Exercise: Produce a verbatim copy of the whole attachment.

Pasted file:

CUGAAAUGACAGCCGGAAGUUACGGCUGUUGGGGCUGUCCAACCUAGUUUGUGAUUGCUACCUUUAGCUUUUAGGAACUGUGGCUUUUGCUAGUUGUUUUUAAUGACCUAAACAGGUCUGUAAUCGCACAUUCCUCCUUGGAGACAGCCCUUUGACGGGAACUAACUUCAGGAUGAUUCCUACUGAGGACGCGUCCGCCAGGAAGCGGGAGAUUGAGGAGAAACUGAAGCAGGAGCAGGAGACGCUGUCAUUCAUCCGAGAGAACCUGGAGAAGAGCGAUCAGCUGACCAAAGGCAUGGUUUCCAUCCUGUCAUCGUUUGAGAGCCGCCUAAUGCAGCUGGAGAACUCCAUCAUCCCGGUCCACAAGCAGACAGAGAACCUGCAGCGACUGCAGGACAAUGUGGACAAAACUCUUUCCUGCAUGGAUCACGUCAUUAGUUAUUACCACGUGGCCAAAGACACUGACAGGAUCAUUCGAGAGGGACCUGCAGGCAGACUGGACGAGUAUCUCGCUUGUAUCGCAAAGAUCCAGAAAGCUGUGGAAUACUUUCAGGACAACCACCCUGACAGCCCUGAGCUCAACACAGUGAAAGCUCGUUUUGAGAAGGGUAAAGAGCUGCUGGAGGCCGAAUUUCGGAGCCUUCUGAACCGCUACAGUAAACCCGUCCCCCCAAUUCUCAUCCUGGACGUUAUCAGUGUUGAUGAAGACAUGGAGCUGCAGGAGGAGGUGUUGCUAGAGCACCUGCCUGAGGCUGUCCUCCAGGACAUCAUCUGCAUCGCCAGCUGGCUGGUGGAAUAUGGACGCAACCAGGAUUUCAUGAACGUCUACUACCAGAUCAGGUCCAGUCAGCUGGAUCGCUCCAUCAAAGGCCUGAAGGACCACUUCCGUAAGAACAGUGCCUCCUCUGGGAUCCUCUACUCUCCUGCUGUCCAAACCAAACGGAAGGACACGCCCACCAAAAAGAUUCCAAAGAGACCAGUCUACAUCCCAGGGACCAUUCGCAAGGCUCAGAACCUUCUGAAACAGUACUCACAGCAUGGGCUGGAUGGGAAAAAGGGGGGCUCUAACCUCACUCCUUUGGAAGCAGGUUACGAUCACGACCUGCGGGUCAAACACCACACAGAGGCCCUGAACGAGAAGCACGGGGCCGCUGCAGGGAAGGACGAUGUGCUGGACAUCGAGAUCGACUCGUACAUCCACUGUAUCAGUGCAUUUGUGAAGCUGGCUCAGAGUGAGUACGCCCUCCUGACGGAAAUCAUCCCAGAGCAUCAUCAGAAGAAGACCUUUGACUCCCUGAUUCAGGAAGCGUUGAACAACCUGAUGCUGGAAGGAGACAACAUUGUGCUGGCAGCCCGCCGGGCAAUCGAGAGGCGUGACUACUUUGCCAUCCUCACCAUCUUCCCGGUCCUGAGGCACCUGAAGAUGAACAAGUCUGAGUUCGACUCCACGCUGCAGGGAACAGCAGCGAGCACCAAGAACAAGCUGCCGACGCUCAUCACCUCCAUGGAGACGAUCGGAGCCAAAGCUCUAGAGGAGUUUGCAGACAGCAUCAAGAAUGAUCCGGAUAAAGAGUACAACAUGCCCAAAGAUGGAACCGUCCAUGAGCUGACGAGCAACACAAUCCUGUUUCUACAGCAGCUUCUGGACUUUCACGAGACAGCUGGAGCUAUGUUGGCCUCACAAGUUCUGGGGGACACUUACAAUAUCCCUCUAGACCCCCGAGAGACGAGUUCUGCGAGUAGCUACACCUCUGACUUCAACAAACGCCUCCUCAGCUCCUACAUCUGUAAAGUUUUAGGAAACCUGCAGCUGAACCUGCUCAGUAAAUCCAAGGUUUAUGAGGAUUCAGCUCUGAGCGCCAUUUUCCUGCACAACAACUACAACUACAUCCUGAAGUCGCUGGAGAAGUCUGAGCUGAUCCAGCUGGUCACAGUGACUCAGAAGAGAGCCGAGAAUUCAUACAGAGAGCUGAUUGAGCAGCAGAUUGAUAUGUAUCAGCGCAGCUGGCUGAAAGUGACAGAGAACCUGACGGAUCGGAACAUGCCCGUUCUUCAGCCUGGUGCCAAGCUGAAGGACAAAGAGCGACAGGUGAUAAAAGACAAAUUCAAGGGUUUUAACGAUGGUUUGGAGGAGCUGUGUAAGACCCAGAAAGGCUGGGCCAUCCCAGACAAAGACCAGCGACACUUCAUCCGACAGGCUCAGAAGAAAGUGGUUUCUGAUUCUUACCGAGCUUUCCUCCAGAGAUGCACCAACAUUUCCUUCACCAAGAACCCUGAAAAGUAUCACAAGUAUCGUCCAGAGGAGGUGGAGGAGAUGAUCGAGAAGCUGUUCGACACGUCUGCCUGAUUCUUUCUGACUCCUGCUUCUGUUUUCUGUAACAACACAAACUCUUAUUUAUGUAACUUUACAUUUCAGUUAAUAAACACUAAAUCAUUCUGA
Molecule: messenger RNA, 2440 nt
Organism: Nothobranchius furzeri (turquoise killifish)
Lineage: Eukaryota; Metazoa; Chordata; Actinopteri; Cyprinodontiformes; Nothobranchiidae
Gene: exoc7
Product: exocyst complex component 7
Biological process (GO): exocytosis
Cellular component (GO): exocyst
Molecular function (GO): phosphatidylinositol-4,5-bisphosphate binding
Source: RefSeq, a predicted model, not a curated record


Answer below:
CUGAAAUGACAGCCGGAAGUUACGGCUGUUGGGGCUGUCCAACCUAGUUUGUGAUUGCUACCUUUAGCUUUUAGGAACUGUGGCUUUUGCUAGUUGUUUUUAAUGACCUAAACAGGUCUGUAAUCGCACAUUCCUCCUUGGAGACAGCCCUUUGACGGGAACUAACUUCAGGAUGAUUCCUACUGAGGACGCGUCCGCCAGGAAGCGGGAGAUUGAGGAGAAACUGAAGCAGGAGCAGGAGACGCUGUCAUUCAUCCGAGAGAACCUGGAGAAGAGCGAUCAGCUGACCAAAGGCAUGGUUUCCAUCCUGUCAUCGUUUGAGAGCCGCCUAAUGCAGCUGGAGAACUCCAUCAUCCCGGUCCACAAGCAGACAGAGAACCUGCAGCGACUGCAGGACAAUGUGGACAAAACUCUUUCCUGCAUGGAUCACGUCAUUAGUUAUUACCACGUGGCCAAAGACACUGACAGGAUCAUUCGAGAGGGACCUGCAGGCAGACUGGACGAGUAUCUCGCUUGUAUCGCAAAGAUCCAGAAAGCUGUGGAAUACUUUCAGGACAACCACCCUGACAGCCCUGAGCUCAACACAGUGAAAGCUCGUUUUGAGAAGGGUAAAGAGCUGCUGGAGGCCGAAUUUCGGAGCCUUCUGAACCGCUACAGUAAACCCGUCCCCCCAAUUCUCAUCCUGGACGUUAUCAGUGUUGAUGAAGACAUGGAGCUGCAGGAGGAGGUGUUGCUAGAGCACCUGCCUGAGGCUGUCCUCCAGGACAUCAUCUGCAUCGCCAGCUGGCUGGUGGAAUAUGGACGCAACCAGGAUUUCAUGAACGUCUACUACCAGAUCAGGUCCAGUCAGCUGGAUCGCUCCAUCAAAGGCCUGAAGGACCACUUCCGUAAGAACAGUGCCUCCUCUGGGAUCCUCUACUCUCCUGCUGUCCAAACCAAACGGAAGGACACGCCCACCAAAAAGAUUCCAAAGAGACCAGUCUACAUCCCAGGGACCAUUCGCAAGGCUCAGAACCUUCUGAAACAGUACUCACAGCAUGGGCUGGAUGGGAAAAAGGGGGGCUCUAACCUCACUCCUUUGGAAGCAGGUUACGAUCACGACCUGCGGGUCAAACACCACACAGAGGCCCUGAACGAGAAGCACGGGGCCGCUGCAGGGAAGGACGAUGUGCUGGACAUCGAGAUCGACUCGUACAUCCACUGUAUCAGUGCAUUUGUGAAGCUGGCUCAGAGUGAGUACGCCCUCCUGACGGAAAUCAUCCCAGAGCAUCAUCAGAAGAAGACCUUUGACUCCCUGAUUCAGGAAGCGUUGAACAACCUGAUGCUGGAAGGAGACAACAUUGUGCUGGCAGCCCGCCGGGCAAUCGAGAGGCGUGACUACUUUGCCAUCCUCACCAUCUUCCCGGUCCUGAGGCACCUGAAGAUGAACAAGUCUGAGUUCGACUCCACGCUGCAGGGAACAGCAGCGAGCACCAAGAACAAGCUGCCGACGCUCAUCACCUCCAUGGAGACGAUCGGAGCCAAAGCUCUAGAGGAGUUUGCAGACAGCAUCAAGAAUGAUCCGGAUAAAGAGUACAACAUGCCCAAAGAUGGAACCGUCCAUGAGCUGACGAGCAACACAAUCCUGUUUCUACAGCAGCUUCUGGACUUUCACGAGACAGCUGGAGCUAUGUUGGCCUCACAAGUUCUGGGGGACACUUACAAUAUCCCUCUAGACCCCCGAGAGACGAGUUCUGCGAGUAGCUACACCUCUGACUUCAACAAACGCCUCCUCAGCUCCUACAUCUGUAAAGUUUUAGGAAACCUGCAGCUGAACCUGCUCAGUAAAUCCAAGGUUUAUGAGGAUUCAGCUCUGAGCGCCAUUUUCCUGCACAACAACUACAACUACAUCCUGAAGUCGCUGGAGAAGUCUGAGCUGAUCCAGCUGGUCACAGUGACUCAGAAGAGAGCCGAGAAUUCAUACAGAGAGCUGAUUGAGCAGCAGAUUGAUAUGUAUCAGCGCAGCUGGCUGAAAGUGACAGAGAACCUGACGGAUCGGAACAUGCCCGUUCUUCAGCCUGGUGCCAAGCUGAAGGACAAAGAGCGACAGGUGAUAAAAGACAAAUUCAAGGGUUUUAACGAUGGUUUGGAGGAGCUGUGUAAGACCCAGAAAGGCUGGGCCAUCCCAGACAAAGACCAGCGACACUUCAUCCGACAGGCUCAGAAGAAAGUGGUUUCUGAUUCUUACCGAGCUUUCCUCCAGAGAUGCACCAACAUUUCCUUCACCAAGAACCCUGAAAAGUAUCACAAGUAUCGUCCAGAGGAGGUGGAGGAGAUGAUCGAGAAGCUGUUCGACACGUCUGCCUGAUUCUUUCUGACUCCUGCUUCUGUUUUCUGUAACAACACAAACUCUUAUUUAUGUAACUUUACAUUUCAGUUAAUAAACACUAAAUCAUUCUGA
Molecule: messenger RNA, 2440 nt
Organism: Nothobranchius furzeri (turquoise killifish)
Lineage: Eukaryota; Metazoa; Chordata; Actinopteri; Cyprinodontiformes; Nothobranchiidae
Gene: exoc7
Product: exocyst complex component 7
Biological process (GO): exocytosis
Cellular component (GO): exocyst
Molecular function (GO): phosphatidylinositol-4,5-bisphosphate binding
Source: RefSeq, a predicted model, not a curated record